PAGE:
CBDCs – The Pied Piper
We all know the story: The Pied Piper has a magic flute that, when played by the piper, saves the people of Hamelin from a rat epidemic. When the townspeople fail to pay him for his services, he uses the flute to attract their children away.
In modern nomenclature, a pied piper is described as “a metaphor for a person who attracts a following through charisma or false promises.”
And that leads us to a discussion of Central Bank Digital Currencies, or CBDCs.
As recently as ten years ago, when writing on the possibility of digital currencies being introduced, the idea was so novel (or perhaps so abhorrent) that my predictions on the subject were considered to be fanciful. Yet, by 2016, announcements were being made by governments that digital currencies were “under consideration.”
And in the brief time since, the concept has caught on worldwide. Eleven countries have now launched them, and another eighty-seven are either researching them or developing them.
But why is it that bank depositors would accept the introduction of CBDCs?
Well, on paper, they sound great. No more trips to the ATM. No more need for credit cards. No more worrying about carrying around cash. No more purse snatchers – you can carry all your savings on a cell phone and do so safely. All crime could end, as any criminal would leave a trail of transactions for banks to monitor.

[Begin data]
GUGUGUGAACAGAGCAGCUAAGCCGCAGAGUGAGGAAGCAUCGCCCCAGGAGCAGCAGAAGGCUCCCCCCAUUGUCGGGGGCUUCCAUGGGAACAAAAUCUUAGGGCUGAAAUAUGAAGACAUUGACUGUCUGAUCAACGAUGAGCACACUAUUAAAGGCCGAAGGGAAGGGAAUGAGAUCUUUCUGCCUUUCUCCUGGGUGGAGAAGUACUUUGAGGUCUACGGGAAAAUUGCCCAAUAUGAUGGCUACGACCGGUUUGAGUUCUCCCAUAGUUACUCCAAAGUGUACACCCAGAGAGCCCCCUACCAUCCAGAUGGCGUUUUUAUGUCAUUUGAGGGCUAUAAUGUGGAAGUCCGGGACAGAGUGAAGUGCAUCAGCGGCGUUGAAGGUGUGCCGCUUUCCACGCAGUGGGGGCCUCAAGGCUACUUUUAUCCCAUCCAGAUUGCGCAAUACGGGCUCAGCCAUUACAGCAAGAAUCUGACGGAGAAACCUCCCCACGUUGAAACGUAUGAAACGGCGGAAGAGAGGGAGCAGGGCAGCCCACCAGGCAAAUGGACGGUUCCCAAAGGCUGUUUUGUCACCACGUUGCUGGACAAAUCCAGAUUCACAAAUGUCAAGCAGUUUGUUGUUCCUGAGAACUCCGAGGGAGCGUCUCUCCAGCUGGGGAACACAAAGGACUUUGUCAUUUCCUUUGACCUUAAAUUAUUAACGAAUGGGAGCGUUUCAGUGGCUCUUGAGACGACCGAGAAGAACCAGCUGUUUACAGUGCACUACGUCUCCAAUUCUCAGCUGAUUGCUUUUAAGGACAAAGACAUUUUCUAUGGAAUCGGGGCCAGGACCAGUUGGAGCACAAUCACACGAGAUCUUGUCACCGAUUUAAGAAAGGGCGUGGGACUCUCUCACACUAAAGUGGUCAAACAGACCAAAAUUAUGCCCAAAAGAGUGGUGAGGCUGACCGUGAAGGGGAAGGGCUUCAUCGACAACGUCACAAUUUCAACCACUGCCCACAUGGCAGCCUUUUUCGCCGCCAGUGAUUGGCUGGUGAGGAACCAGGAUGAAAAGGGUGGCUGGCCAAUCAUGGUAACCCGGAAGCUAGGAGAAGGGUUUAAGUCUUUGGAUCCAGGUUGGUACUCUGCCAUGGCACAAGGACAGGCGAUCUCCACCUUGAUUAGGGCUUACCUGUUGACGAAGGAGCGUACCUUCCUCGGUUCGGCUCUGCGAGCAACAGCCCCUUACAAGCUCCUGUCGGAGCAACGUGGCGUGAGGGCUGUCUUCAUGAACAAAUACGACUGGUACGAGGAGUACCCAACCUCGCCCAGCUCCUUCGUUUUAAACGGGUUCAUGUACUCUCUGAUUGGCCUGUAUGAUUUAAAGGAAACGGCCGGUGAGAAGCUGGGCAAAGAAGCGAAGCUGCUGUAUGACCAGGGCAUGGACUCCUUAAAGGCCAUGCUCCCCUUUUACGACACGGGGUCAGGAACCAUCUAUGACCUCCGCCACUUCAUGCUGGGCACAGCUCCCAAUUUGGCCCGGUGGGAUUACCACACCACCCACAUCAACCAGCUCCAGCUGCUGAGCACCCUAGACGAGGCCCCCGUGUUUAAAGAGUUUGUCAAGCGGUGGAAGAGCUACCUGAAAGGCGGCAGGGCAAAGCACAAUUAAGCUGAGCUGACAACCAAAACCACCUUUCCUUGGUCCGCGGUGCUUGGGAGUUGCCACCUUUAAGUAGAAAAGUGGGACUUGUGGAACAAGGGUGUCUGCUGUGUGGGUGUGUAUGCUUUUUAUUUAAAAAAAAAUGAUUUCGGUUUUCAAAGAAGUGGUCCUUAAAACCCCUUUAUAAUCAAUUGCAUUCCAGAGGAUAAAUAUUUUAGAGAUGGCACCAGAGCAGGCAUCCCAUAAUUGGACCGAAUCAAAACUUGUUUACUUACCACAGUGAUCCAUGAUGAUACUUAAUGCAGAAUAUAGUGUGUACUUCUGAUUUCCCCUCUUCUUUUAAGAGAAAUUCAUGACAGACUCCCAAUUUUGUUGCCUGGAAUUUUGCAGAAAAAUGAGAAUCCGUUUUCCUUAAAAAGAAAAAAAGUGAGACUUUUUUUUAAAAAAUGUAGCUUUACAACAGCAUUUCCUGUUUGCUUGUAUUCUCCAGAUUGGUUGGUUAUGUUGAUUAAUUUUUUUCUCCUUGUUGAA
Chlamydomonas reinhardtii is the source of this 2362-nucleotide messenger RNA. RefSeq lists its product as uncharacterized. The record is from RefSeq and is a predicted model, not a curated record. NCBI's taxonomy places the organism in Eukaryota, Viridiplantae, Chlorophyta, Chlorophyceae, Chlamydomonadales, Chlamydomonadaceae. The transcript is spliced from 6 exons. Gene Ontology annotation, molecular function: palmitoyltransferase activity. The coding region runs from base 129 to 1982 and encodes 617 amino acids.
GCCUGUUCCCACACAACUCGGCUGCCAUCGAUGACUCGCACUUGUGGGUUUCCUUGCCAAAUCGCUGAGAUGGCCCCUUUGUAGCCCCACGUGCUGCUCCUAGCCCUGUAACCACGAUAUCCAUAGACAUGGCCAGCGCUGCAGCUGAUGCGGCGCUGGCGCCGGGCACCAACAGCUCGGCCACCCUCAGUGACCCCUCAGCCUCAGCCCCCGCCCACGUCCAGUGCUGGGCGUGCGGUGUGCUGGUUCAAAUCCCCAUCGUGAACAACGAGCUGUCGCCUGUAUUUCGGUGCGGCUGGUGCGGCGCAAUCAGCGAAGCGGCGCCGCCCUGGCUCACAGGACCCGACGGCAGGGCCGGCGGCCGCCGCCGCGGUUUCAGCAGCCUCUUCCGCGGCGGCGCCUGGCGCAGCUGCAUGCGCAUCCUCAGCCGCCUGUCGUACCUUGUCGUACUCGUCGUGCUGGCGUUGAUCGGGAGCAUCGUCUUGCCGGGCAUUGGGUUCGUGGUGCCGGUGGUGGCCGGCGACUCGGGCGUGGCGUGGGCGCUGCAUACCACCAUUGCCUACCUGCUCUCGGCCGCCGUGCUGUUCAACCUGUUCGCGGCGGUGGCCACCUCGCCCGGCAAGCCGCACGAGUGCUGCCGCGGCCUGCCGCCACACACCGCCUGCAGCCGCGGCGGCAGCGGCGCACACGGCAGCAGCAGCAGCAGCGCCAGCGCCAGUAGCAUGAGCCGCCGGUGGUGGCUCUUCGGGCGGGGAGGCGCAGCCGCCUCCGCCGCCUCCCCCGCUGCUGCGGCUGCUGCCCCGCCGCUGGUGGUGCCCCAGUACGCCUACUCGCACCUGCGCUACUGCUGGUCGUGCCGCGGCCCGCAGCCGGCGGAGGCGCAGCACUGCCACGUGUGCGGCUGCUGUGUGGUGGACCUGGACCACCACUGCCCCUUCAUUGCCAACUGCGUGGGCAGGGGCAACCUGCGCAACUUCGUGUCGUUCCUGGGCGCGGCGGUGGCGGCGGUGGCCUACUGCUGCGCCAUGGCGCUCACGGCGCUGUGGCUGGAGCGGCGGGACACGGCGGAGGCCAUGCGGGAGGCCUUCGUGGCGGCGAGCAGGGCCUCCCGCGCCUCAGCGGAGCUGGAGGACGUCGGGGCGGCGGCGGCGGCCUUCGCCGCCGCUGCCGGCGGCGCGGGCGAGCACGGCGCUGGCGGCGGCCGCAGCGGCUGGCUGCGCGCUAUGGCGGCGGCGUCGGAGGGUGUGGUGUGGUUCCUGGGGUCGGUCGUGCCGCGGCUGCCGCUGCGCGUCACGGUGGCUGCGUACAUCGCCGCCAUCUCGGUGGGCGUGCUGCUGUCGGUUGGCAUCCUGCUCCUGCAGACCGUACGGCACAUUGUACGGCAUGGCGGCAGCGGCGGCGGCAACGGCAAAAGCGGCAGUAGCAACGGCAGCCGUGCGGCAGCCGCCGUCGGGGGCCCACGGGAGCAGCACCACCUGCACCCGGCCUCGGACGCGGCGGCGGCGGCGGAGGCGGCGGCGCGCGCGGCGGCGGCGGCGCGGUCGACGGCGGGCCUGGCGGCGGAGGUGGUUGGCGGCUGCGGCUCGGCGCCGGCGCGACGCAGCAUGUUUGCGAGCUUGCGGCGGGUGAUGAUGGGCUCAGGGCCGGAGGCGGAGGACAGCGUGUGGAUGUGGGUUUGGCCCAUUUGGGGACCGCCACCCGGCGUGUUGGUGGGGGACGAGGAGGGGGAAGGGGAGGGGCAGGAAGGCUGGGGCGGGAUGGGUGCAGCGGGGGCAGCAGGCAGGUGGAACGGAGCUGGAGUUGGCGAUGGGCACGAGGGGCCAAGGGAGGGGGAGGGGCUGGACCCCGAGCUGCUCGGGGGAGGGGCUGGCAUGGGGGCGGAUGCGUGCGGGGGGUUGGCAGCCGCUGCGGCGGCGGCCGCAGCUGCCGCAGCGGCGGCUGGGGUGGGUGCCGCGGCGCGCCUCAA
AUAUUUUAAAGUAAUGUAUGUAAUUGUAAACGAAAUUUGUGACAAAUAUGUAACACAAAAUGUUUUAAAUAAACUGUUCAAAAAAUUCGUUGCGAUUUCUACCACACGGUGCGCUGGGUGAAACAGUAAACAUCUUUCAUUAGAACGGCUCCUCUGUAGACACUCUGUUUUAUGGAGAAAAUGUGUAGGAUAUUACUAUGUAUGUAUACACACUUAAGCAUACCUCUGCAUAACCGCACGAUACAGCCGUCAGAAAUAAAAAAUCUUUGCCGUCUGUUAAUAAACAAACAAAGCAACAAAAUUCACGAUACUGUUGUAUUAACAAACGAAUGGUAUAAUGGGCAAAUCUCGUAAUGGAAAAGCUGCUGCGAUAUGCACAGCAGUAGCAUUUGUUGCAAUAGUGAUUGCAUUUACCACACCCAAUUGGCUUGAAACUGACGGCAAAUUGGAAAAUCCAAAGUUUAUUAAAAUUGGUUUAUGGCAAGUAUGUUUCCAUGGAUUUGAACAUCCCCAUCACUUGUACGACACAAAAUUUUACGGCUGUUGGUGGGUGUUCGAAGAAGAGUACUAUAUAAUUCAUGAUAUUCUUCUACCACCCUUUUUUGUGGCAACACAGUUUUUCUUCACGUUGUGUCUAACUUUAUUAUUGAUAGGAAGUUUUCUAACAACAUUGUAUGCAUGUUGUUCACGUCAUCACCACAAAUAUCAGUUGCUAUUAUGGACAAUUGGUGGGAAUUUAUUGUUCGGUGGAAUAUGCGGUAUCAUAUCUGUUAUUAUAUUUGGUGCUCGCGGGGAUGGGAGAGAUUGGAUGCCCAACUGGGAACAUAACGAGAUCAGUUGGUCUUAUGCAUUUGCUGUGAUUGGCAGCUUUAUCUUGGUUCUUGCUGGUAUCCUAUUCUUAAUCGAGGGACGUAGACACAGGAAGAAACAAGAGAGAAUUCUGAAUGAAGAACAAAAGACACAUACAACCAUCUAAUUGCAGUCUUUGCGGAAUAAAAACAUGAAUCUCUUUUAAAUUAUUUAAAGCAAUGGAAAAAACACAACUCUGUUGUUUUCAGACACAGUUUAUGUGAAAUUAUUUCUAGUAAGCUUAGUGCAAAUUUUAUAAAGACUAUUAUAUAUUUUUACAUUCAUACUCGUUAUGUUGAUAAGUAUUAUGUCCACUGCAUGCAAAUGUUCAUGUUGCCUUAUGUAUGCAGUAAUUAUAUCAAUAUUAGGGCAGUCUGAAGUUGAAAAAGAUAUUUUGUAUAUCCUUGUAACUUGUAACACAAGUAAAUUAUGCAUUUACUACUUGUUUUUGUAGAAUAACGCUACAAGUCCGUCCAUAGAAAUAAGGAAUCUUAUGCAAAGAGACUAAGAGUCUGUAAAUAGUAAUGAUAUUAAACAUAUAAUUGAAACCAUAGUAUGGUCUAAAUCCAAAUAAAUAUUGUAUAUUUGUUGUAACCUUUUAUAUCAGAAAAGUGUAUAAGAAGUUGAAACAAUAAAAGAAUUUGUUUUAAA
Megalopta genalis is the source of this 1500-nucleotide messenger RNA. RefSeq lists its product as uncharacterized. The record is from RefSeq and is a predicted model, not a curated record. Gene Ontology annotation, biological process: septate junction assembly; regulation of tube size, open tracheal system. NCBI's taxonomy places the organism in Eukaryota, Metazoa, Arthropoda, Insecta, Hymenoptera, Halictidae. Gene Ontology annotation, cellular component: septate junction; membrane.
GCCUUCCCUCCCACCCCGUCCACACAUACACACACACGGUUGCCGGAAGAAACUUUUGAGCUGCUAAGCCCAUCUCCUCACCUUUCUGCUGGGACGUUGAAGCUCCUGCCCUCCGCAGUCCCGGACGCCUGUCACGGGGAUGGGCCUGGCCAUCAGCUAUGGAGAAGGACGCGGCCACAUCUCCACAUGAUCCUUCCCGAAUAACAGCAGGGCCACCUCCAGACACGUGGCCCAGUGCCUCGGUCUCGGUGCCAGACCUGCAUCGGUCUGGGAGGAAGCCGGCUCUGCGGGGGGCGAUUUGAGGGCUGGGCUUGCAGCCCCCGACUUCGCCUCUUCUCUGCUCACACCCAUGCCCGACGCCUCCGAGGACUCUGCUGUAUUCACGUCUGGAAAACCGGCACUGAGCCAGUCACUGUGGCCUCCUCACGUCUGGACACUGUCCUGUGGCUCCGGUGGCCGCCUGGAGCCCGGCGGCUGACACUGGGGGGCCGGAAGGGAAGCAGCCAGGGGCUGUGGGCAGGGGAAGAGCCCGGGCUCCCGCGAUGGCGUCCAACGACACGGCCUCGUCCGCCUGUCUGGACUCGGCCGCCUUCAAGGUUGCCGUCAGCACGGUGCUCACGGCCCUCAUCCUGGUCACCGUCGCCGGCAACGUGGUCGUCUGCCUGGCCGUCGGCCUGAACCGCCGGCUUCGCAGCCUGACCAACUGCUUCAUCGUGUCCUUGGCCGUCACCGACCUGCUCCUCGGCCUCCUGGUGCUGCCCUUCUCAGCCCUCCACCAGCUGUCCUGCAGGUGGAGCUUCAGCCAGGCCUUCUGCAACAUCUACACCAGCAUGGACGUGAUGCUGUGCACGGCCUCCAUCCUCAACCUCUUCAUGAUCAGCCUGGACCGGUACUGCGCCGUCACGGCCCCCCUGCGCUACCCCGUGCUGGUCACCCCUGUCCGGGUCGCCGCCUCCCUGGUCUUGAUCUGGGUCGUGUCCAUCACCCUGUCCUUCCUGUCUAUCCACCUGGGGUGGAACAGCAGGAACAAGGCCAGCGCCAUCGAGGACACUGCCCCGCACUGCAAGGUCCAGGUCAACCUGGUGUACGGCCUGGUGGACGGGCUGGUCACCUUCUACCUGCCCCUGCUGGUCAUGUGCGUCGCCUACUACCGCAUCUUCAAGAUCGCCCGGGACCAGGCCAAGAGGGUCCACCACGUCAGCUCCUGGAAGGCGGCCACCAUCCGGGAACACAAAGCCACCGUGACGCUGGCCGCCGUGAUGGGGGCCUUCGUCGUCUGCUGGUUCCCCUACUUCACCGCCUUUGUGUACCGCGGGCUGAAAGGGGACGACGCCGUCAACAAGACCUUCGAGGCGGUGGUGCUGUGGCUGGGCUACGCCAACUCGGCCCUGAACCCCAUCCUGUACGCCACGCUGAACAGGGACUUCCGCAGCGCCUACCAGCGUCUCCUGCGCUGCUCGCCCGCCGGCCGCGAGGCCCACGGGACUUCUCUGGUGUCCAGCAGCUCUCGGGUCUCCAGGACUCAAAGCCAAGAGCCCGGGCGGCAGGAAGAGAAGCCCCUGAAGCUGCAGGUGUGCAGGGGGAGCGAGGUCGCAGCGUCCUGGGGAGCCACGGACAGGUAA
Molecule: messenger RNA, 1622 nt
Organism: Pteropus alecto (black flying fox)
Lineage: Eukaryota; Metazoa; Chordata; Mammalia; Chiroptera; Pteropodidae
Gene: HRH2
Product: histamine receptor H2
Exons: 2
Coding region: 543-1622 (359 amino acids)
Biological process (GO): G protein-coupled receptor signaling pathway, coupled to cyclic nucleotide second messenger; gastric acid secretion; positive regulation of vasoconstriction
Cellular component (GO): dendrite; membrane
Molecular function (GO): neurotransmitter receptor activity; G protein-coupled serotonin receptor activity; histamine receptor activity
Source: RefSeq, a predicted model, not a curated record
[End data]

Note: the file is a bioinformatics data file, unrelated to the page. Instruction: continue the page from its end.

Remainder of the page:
And these, of course, are the promises that are being touted by the latter-day Pied Piper – the “false promises” mentioned in the definition above.
So what’s the attraction for governments and bankers so eager to go digital?
Well, for bankers, the answer is that they’ll have the opportunity to phase out bank notes. Most activities on the retail floor will be outmoded. Since all transactions would be digital, they’ll all be performed by bank clerks on computers, without ever having to face customers. Additionally, depositors will no longer be able to store currency elsewhere. Depositors will be at the mercy of the banks, as they’ll no longer be able to make even the smallest transaction without passing it through the bank. This not only makes it possible for banks to rais
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